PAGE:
The exception provides that, in the event the President shall find that a national emergency exists, these vessels may be utilized otherwise than as set out in subsection (g). We do not contend that a national emergency exists. In fact, I think that the President would find it rather difficult to justify a proclamation to that effect which would release these vessels. We do contend, however, that an emergency exists in the intercoastal and in the coastal trades, and it has been lately pointed out to me that, perhaps, one exists in the trade between New England ports and the Bay of Fundy, due to the fact that the English have immobilized or interned Norwegian ships that have been carriers of pulp from that territory.

In view of this emergency condition, which has been growing for the last 2 or 3 months particularly, I introduced this resolution, and in turn your chairman submitted it to the Maritime Commission, which has rendered a report favoring the purposes of the resolution in general and suggesting that certain additional provisions be incorporated in the resolution. These provisions are entirely satisfactory to me, as far as I know, and the proponents of the measure to release these ships.

The additional provisions give the Maritime Commission the power to insert in any sale or charter contract the terms which will regulate the further disposition of any vessel sold or chartered, and which can limit the time of chartering, as far as that is concerned. Consequently, Mr. Chairman, in order to incorporate these suggested changes I have introduced a new resolution, House Joint Resolution No. 519, which I ask be considered this morning in lieu of the original resolution.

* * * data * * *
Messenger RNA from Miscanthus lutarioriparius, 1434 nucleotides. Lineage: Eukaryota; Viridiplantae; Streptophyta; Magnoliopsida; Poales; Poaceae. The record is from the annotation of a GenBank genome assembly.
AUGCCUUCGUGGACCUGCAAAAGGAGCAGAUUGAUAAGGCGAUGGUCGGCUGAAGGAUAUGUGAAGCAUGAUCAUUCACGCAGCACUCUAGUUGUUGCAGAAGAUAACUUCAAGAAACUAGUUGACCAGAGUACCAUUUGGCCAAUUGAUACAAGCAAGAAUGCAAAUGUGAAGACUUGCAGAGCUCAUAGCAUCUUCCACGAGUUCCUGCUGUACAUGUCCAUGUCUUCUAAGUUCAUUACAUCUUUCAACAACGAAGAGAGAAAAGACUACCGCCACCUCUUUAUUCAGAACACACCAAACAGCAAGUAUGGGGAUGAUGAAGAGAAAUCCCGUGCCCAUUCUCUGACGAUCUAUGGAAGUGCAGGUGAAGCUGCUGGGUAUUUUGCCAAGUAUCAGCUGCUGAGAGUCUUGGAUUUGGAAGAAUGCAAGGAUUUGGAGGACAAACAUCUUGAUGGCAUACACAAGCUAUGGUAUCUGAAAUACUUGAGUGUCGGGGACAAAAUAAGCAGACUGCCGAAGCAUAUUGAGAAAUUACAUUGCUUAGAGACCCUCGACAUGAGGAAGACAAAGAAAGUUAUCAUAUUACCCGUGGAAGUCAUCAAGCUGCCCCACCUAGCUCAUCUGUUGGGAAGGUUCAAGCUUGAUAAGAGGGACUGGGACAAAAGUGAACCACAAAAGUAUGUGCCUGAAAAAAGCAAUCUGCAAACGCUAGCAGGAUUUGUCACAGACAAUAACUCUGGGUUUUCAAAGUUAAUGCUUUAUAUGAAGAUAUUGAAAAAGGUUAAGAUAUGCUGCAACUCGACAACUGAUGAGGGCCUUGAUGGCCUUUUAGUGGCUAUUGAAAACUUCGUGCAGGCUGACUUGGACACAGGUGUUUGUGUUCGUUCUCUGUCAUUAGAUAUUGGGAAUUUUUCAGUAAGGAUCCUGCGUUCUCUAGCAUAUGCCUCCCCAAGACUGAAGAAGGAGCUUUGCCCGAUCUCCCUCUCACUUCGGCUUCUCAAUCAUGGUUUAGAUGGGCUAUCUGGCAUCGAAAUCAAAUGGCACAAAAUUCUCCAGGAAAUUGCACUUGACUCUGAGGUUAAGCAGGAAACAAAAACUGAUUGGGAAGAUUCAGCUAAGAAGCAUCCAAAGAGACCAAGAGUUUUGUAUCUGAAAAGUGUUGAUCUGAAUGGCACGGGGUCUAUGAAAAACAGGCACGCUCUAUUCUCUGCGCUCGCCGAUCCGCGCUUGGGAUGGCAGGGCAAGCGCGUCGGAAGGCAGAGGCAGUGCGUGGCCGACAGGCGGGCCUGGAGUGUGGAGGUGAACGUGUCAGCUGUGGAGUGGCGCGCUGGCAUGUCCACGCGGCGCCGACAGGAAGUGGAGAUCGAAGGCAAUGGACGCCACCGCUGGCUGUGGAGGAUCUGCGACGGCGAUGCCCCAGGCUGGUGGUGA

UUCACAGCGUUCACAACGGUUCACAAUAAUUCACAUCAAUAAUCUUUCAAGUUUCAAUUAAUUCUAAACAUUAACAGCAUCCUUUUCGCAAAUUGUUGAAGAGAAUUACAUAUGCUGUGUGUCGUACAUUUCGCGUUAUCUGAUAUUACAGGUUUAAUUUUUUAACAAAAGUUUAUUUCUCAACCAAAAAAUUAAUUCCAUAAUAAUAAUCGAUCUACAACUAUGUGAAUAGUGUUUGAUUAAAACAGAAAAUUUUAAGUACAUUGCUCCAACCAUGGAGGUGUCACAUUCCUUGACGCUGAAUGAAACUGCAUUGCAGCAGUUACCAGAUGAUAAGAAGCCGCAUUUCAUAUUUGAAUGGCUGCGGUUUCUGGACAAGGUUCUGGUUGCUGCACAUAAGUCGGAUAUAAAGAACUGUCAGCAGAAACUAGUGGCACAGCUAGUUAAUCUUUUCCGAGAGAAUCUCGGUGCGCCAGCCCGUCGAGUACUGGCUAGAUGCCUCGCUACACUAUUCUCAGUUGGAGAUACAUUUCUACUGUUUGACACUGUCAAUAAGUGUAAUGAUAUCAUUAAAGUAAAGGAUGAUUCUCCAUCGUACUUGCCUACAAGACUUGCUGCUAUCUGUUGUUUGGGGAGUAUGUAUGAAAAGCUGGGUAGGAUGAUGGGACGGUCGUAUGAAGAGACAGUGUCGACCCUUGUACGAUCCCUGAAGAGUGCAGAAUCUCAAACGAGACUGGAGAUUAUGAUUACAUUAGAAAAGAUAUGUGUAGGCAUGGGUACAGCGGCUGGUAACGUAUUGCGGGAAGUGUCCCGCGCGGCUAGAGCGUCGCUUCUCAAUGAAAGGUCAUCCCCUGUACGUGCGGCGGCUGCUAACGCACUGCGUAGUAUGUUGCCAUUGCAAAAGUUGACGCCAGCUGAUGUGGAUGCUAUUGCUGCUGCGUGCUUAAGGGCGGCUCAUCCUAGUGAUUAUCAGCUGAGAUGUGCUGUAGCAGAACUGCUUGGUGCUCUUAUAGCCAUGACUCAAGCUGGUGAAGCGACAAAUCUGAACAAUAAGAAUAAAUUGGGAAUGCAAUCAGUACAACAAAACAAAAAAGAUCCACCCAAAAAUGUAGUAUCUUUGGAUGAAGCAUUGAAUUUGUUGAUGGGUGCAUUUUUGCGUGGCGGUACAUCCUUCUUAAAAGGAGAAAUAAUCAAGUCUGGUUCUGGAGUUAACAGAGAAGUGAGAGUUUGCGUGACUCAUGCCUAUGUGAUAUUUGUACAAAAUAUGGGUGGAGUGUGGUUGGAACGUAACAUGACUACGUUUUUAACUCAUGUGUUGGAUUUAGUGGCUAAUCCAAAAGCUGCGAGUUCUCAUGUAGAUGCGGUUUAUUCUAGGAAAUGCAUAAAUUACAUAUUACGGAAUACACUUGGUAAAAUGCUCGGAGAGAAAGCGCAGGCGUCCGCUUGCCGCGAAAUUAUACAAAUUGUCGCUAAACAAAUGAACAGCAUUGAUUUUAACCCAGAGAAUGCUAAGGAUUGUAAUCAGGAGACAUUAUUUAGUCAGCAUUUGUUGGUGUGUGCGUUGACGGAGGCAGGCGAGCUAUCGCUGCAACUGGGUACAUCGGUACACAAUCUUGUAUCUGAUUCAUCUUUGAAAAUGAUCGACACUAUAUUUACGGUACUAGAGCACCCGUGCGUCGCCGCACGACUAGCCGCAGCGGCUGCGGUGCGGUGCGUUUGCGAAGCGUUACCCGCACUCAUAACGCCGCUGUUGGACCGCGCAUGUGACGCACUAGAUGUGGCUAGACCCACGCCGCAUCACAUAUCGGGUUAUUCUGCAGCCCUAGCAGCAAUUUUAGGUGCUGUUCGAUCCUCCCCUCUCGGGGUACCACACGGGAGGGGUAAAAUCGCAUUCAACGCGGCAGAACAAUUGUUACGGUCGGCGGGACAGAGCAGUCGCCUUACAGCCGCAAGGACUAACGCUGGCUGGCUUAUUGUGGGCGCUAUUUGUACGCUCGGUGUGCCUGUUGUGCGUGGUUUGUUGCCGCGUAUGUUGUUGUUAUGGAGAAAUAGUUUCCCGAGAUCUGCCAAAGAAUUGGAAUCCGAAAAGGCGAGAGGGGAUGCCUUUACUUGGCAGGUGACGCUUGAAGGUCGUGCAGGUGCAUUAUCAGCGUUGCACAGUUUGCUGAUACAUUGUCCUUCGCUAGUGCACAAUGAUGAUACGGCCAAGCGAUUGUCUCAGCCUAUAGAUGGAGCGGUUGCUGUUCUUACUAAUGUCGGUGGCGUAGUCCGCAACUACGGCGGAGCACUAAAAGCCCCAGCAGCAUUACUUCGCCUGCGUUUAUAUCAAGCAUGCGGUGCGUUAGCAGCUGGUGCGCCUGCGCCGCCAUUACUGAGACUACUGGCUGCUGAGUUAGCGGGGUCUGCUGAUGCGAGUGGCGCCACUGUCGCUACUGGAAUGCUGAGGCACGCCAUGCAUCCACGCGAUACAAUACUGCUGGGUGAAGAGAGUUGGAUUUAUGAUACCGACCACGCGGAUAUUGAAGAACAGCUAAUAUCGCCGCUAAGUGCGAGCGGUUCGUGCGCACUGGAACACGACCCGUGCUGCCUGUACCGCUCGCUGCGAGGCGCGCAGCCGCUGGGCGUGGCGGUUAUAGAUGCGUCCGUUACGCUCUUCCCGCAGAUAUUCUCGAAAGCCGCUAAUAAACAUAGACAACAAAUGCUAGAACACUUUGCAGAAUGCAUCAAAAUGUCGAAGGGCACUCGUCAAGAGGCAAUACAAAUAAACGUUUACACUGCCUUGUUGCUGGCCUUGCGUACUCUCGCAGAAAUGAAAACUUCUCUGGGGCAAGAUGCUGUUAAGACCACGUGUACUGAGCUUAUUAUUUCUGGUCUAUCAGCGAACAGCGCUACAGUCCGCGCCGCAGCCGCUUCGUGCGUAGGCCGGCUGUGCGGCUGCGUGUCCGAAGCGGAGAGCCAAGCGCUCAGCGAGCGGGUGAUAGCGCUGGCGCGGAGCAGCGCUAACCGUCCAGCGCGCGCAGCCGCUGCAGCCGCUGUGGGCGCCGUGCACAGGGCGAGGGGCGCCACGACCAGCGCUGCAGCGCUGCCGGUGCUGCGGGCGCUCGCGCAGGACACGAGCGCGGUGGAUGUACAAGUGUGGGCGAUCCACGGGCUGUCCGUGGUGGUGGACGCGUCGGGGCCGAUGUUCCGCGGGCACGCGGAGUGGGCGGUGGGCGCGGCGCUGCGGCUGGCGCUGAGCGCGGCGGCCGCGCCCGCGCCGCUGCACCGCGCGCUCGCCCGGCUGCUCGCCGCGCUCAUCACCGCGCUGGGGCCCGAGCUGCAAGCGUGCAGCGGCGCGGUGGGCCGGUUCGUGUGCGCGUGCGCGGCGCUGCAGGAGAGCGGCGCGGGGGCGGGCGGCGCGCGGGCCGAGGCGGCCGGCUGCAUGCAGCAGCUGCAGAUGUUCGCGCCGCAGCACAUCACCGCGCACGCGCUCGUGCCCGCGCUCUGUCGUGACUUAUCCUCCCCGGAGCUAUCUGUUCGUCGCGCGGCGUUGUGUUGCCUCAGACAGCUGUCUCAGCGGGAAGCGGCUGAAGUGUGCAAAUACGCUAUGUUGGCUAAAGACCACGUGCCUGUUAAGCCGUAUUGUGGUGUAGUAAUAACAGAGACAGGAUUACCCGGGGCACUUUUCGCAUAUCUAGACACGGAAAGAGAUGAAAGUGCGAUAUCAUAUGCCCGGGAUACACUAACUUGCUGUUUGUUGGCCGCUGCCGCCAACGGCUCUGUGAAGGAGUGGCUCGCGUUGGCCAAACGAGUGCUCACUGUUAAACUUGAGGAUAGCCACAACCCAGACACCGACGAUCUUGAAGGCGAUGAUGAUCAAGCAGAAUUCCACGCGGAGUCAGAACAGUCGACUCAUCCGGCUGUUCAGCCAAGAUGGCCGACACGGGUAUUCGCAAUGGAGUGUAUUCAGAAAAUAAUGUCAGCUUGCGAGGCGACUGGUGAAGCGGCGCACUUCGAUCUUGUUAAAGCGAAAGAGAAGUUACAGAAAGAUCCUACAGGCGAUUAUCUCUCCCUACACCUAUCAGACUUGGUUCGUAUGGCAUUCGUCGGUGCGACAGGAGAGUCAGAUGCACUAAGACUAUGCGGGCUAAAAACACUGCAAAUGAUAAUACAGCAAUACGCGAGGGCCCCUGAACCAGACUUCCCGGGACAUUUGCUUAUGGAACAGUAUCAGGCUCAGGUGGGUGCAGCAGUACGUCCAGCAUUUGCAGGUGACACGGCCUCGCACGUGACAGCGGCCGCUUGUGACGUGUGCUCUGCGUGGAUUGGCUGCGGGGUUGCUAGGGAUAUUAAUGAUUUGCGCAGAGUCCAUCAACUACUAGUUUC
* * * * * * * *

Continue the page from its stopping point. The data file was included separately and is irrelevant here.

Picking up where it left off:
The CHAIRMAN. It is being considered.

Mr. Buck. I want to call your attention to the fact very briefly that on September 1, 1939, there were in the Atlantic-Pacific intercoastal general cargo trade, and this does not include tankers, I may say, 135 ships of a deadweight tonnage of 1,337,353 tons. On April 8, 1940, there were only 86 of these ships left in this trade, with a deadweight tonnage of 881,359 tons, a loss to the trade of 49 ships, and a decrease in percentage of 36.3 percent, and a loss in tonnage of 455,994 tons, or a decrease of 34 percent in tonnage. Now, it is quite obvious that the general cargo trade, which is usually a westeast movement, as far as that is concerned, has been seriously hampered and impaired by the loss of that tonnage. It seems to us obvious that there will probably be, also, a further decrease in tonnage unless something is done to assist this movement. At the moment there appear to be no other means of replacing this tonnage than by utilizing this sterilized fleet. We feel that this matter is of sufficient importance to merit your earnest and immediate consideration.